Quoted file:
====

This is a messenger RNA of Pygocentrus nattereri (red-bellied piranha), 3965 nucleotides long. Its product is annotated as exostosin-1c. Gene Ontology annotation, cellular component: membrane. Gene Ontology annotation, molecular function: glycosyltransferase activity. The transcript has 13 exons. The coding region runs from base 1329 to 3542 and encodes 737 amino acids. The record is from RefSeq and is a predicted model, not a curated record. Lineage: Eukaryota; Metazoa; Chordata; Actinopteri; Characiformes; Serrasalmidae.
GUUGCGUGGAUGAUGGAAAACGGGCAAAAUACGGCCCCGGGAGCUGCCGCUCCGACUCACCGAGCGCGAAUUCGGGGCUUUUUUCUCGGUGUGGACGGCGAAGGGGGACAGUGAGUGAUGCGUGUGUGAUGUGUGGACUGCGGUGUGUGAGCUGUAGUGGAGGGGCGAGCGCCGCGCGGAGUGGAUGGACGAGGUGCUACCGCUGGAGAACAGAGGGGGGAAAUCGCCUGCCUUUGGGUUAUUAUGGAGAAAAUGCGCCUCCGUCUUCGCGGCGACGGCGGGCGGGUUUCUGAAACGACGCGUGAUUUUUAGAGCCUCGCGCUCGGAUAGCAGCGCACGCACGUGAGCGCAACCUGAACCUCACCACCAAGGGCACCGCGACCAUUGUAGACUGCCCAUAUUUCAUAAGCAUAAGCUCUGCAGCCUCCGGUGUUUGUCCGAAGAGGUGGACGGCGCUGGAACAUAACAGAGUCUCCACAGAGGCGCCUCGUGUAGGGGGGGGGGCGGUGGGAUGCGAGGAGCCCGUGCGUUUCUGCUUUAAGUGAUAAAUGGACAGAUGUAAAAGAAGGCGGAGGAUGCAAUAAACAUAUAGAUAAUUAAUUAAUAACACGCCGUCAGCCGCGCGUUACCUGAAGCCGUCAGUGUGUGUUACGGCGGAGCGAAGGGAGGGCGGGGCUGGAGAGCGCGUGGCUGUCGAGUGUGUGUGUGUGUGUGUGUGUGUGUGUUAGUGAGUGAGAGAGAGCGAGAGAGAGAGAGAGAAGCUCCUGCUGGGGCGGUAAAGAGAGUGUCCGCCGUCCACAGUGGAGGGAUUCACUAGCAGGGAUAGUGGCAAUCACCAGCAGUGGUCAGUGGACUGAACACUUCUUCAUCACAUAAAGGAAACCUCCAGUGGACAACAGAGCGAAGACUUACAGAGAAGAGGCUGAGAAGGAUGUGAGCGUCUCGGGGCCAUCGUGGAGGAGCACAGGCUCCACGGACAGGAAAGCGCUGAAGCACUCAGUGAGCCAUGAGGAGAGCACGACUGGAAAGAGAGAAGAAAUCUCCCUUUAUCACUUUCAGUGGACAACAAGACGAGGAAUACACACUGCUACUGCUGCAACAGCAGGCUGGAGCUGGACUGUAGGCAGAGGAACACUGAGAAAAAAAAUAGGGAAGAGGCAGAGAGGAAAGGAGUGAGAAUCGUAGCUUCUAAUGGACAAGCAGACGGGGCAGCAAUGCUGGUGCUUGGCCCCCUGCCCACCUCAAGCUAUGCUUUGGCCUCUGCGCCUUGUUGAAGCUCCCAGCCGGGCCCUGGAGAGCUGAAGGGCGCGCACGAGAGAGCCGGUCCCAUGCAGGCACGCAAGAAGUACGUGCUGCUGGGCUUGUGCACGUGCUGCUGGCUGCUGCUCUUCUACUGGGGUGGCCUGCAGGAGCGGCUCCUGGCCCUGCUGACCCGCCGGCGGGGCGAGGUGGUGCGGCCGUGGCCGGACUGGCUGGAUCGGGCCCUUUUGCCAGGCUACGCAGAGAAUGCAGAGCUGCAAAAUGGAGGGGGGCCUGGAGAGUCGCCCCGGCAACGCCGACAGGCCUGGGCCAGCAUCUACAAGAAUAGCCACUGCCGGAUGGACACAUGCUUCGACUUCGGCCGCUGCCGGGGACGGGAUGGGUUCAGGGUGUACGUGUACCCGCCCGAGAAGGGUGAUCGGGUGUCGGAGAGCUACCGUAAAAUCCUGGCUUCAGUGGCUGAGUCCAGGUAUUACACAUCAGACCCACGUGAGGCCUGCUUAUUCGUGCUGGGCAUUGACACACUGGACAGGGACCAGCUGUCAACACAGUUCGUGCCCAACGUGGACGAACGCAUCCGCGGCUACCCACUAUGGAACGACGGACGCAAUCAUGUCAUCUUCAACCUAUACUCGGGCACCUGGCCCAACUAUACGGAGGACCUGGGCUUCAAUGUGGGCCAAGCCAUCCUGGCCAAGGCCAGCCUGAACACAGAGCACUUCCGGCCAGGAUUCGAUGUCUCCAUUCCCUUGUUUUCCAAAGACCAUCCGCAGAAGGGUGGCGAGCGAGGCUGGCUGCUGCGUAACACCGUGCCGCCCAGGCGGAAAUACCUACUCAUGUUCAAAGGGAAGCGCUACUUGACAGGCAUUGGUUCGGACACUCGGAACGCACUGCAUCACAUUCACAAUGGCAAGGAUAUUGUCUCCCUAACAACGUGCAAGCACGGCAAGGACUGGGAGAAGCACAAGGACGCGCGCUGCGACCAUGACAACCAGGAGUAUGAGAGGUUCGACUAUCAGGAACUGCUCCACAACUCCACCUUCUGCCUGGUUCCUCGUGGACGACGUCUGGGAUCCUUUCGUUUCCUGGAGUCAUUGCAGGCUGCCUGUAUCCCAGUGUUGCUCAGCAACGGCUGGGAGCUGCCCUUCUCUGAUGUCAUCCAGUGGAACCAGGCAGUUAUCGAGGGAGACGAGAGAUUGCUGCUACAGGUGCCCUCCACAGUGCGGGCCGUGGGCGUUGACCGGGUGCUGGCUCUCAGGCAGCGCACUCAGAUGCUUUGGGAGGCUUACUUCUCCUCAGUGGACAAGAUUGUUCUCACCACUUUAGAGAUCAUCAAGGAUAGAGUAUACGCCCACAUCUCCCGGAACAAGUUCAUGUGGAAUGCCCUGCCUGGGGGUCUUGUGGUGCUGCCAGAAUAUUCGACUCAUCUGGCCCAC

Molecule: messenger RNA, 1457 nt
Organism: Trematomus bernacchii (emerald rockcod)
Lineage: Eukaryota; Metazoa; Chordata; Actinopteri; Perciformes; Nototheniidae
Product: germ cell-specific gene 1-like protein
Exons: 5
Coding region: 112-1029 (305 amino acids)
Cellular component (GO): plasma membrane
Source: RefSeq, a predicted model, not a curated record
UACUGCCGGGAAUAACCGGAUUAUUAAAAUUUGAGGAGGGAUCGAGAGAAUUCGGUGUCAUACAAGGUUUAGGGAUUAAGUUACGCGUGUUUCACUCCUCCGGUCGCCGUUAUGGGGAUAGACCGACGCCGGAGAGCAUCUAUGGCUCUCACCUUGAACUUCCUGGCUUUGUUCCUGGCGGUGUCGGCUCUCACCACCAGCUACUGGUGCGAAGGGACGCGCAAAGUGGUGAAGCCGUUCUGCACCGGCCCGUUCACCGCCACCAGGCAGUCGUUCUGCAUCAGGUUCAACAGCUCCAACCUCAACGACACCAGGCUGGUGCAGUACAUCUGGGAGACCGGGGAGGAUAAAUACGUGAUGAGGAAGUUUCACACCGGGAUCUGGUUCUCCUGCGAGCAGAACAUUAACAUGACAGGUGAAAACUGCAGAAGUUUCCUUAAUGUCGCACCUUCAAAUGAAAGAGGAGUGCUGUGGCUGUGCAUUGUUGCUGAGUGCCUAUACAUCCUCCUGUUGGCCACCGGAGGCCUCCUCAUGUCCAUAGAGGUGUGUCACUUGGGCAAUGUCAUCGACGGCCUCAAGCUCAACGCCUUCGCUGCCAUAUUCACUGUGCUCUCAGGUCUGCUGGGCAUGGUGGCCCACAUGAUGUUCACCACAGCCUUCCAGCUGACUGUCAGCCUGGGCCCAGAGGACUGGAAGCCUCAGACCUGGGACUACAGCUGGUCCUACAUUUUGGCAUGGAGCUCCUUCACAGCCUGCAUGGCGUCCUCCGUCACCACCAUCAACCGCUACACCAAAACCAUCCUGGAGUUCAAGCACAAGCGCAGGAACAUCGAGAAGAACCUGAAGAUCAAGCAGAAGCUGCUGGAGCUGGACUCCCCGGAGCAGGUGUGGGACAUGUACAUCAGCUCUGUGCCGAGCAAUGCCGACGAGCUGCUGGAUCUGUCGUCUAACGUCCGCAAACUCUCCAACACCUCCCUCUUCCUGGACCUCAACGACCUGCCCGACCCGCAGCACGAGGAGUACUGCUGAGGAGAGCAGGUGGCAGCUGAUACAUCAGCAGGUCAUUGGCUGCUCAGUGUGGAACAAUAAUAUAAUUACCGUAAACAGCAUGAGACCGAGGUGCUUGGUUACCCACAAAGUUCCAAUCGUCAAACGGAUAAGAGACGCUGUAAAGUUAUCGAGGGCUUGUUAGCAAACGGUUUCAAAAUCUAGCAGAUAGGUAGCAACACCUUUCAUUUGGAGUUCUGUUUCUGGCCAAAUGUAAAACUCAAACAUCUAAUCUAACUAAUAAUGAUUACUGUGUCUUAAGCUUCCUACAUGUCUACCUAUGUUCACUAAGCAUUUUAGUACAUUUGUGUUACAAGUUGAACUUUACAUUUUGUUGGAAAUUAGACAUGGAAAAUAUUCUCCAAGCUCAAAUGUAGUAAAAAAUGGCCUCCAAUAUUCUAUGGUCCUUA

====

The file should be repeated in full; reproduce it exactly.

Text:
This is a messenger RNA of Pygocentrus nattereri (red-bellied piranha), 3965 nucleotides long. Its product is annotated as exostosin-1c. Gene Ontology annotation, cellular component: membrane. Gene Ontology annotation, molecular function: glycosyltransferase activity. The transcript has 13 exons. The coding region runs from base 1329 to 3542 and encodes 737 amino acids. The record is from RefSeq and is a predicted model, not a curated record. Lineage: Eukaryota; Metazoa; Chordata; Actinopteri; Characiformes; Serrasalmidae.
GUUGCGUGGAUGAUGGAAAACGGGCAAAAUACGGCCCCGGGAGCUGCCGCUCCGACUCACCGAGCGCGAAUUCGGGGCUUUUUUCUCGGUGUGGACGGCGAAGGGGGACAGUGAGUGAUGCGUGUGUGAUGUGUGGACUGCGGUGUGUGAGCUGUAGUGGAGGGGCGAGCGCCGCGCGGAGUGGAUGGACGAGGUGCUACCGCUGGAGAACAGAGGGGGGAAAUCGCCUGCCUUUGGGUUAUUAUGGAGAAAAUGCGCCUCCGUCUUCGCGGCGACGGCGGGCGGGUUUCUGAAACGACGCGUGAUUUUUAGAGCCUCGCGCUCGGAUAGCAGCGCACGCACGUGAGCGCAACCUGAACCUCACCACCAAGGGCACCGCGACCAUUGUAGACUGCCCAUAUUUCAUAAGCAUAAGCUCUGCAGCCUCCGGUGUUUGUCCGAAGAGGUGGACGGCGCUGGAACAUAACAGAGUCUCCACAGAGGCGCCUCGUGUAGGGGGGGGGGCGGUGGGAUGCGAGGAGCCCGUGCGUUUCUGCUUUAAGUGAUAAAUGGACAGAUGUAAAAGAAGGCGGAGGAUGCAAUAAACAUAUAGAUAAUUAAUUAAUAACACGCCGUCAGCCGCGCGUUACCUGAAGCCGUCAGUGUGUGUUACGGCGGAGCGAAGGGAGGGCGGGGCUGGAGAGCGCGUGGCUGUCGAGUGUGUGUGUGUGUGUGUGUGUGUGUGUUAGUGAGUGAGAGAGAGCGAGAGAGAGAGAGAGAAGCUCCUGCUGGGGCGGUAAAGAGAGUGUCCGCCGUCCACAGUGGAGGGAUUCACUAGCAGGGAUAGUGGCAAUCACCAGCAGUGGUCAGUGGACUGAACACUUCUUCAUCACAUAAAGGAAACCUCCAGUGGACAACAGAGCGAAGACUUACAGAGAAGAGGCUGAGAAGGAUGUGAGCGUCUCGGGGCCAUCGUGGAGGAGCACAGGCUCCACGGACAGGAAAGCGCUGAAGCACUCAGUGAGCCAUGAGGAGAGCACGACUGGAAAGAGAGAAGAAAUCUCCCUUUAUCACUUUCAGUGGACAACAAGACGAGGAAUACACACUGCUACUGCUGCAACAGCAGGCUGGAGCUGGACUGUAGGCAGAGGAACACUGAGAAAAAAAAUAGGGAAGAGGCAGAGAGGAAAGGAGUGAGAAUCGUAGCUUCUAAUGGACAAGCAGACGGGGCAGCAAUGCUGGUGCUUGGCCCCCUGCCCACCUCAAGCUAUGCUUUGGCCUCUGCGCCUUGUUGAAGCUCCCAGCCGGGCCCUGGAGAGCUGAAGGGCGCGCACGAGAGAGCCGGUCCCAUGCAGGCACGCAAGAAGUACGUGCUGCUGGGCUUGUGCACGUGCUGCUGGCUGCUGCUCUUCUACUGGGGUGGCCUGCAGGAGCGGCUCCUGGCCCUGCUGACCCGCCGGCGGGGCGAGGUGGUGCGGCCGUGGCCGGACUGGCUGGAUCGGGCCCUUUUGCCAGGCUACGCAGAGAAUGCAGAGCUGCAAAAUGGAGGGGGGCCUGGAGAGUCGCCCCGGCAACGCCGACAGGCCUGGGCCAGCAUCUACAAGAAUAGCCACUGCCGGAUGGACACAUGCUUCGACUUCGGCCGCUGCCGGGGACGGGAUGGGUUCAGGGUGUACGUGUACCCGCCCGAGAAGGGUGAUCGGGUGUCGGAGAGCUACCGUAAAAUCCUGGCUUCAGUGGCUGAGUCCAGGUAUUACACAUCAGACCCACGUGAGGCCUGCUUAUUCGUGCUGGGCAUUGACACACUGGACAGGGACCAGCUGUCAACACAGUUCGUGCCCAACGUGGACGAACGCAUCCGCGGCUACCCACUAUGGAACGACGGACGCAAUCAUGUCAUCUUCAACCUAUACUCGGGCACCUGGCCCAACUAUACGGAGGACCUGGGCUUCAAUGUGGGCCAAGCCAUCCUGGCCAAGGCCAGCCUGAACACAGAGCACUUCCGGCCAGGAUUCGAUGUCUCCAUUCCCUUGUUUUCCAAAGACCAUCCGCAGAAGGGUGGCGAGCGAGGCUGGCUGCUGCGUAACACCGUGCCGCCCAGGCGGAAAUACCUACUCAUGUUCAAAGGGAAGCGCUACUUGACAGGCAUUGGUUCGGACACUCGGAACGCACUGCAUCACAUUCACAAUGGCAAGGAUAUUGUCUCCCUAACAACGUGCAAGCACGGCAAGGACUGGGAGAAGCACAAGGACGCGCGCUGCGACCAUGACAACCAGGAGUAUGAGAGGUUCGACUAUCAGGAACUGCUCCACAACUCCACCUUCUGCCUGGUUCCUCGUGGACGACGUCUGGGAUCCUUUCGUUUCCUGGAGUCAUUGCAGGCUGCCUGUAUCCCAGUGUUGCUCAGCAACGGCUGGGAGCUGCCCUUCUCUGAUGUCAUCCAGUGGAACCAGGCAGUUAUCGAGGGAGACGAGAGAUUGCUGCUACAGGUGCCCUCCACAGUGCGGGCCGUGGGCGUUGACCGGGUGCUGGCUCUCAGGCAGCGCACUCAGAUGCUUUGGGAGGCUUACUUCUCCUCAGUGGACAAGAUUGUUCUCACCACUUUAGAGAUCAUCAAGGAUAGAGUAUACGCCCACAUCUCCCGGAACAAGUUCAUGUGGAAUGCCCUGCCUGGGGGUCUUGUGGUGCUGCCAGAAUAUUCGACUCAUCUGGCCCAC

Molecule: messenger RNA, 1457 nt
Organism: Trematomus bernacchii (emerald rockcod)
Lineage: Eukaryota; Metazoa; Chordata; Actinopteri; Perciformes; Nototheniidae
Product: germ cell-specific gene 1-like protein
Exons: 5
Coding region: 112-1029 (305 amino acids)
Cellular component (GO): plasma membrane
Source: RefSeq, a predicted model, not a curated record
UACUGCCGGGAAUAACCGGAUUAUUAAAAUUUGAGGAGGGAUCGAGAGAAUUCGGUGUCAUACAAGGUUUAGGGAUUAAGUUACGCGUGUUUCACUCCUCCGGUCGCCGUUAUGGGGAUAGACCGACGCCGGAGAGCAUCUAUGGCUCUCACCUUGAACUUCCUGGCUUUGUUCCUGGCGGUGUCGGCUCUCACCACCAGCUACUGGUGCGAAGGGACGCGCAAAGUGGUGAAGCCGUUCUGCACCGGCCCGUUCACCGCCACCAGGCAGUCGUUCUGCAUCAGGUUCAACAGCUCCAACCUCAACGACACCAGGCUGGUGCAGUACAUCUGGGAGACCGGGGAGGAUAAAUACGUGAUGAGGAAGUUUCACACCGGGAUCUGGUUCUCCUGCGAGCAGAACAUUAACAUGACAGGUGAAAACUGCAGAAGUUUCCUUAAUGUCGCACCUUCAAAUGAAAGAGGAGUGCUGUGGCUGUGCAUUGUUGCUGAGUGCCUAUACAUCCUCCUGUUGGCCACCGGAGGCCUCCUCAUGUCCAUAGAGGUGUGUCACUUGGGCAAUGUCAUCGACGGCCUCAAGCUCAACGCCUUCGCUGCCAUAUUCACUGUGCUCUCAGGUCUGCUGGGCAUGGUGGCCCACAUGAUGUUCACCACAGCCUUCCAGCUGACUGUCAGCCUGGGCCCAGAGGACUGGAAGCCUCAGACCUGGGACUACAGCUGGUCCUACAUUUUGGCAUGGAGCUCCUUCACAGCCUGCAUGGCGUCCUCCGUCACCACCAUCAACCGCUACACCAAAACCAUCCUGGAGUUCAAGCACAAGCGCAGGAACAUCGAGAAGAACCUGAAGAUCAAGCAGAAGCUGCUGGAGCUGGACUCCCCGGAGCAGGUGUGGGACAUGUACAUCAGCUCUGUGCCGAGCAAUGCCGACGAGCUGCUGGAUCUGUCGUCUAACGUCCGCAAACUCUCCAACACCUCCCUCUUCCUGGACCUCAACGACCUGCCCGACCCGCAGCACGAGGAGUACUGCUGAGGAGAGCAGGUGGCAGCUGAUACAUCAGCAGGUCAUUGGCUGCUCAGUGUGGAACAAUAAUAUAAUUACCGUAAACAGCAUGAGACCGAGGUGCUUGGUUACCCACAAAGUUCCAAUCGUCAAACGGAUAAGAGACGCUGUAAAGUUAUCGAGGGCUUGUUAGCAAACGGUUUCAAAAUCUAGCAGAUAGGUAGCAACACCUUUCAUUUGGAGUUCUGUUUCUGGCCAAAUGUAAAACUCAAACAUCUAAUCUAACUAAUAAUGAUUACUGUGUCUUAAGCUUCCUACAUGUCUACCUAUGUUCACUAAGCAUUUUAGUACAUUUGUGUUACAAGUUGAACUUUACAUUUUGUUGGAAAUUAGACAUGGAAAAUAUUCUCCAAGCUCAAAUGUAGUAAAAAAUGGCCUCCAAUAUUCUAUGGUCCUUA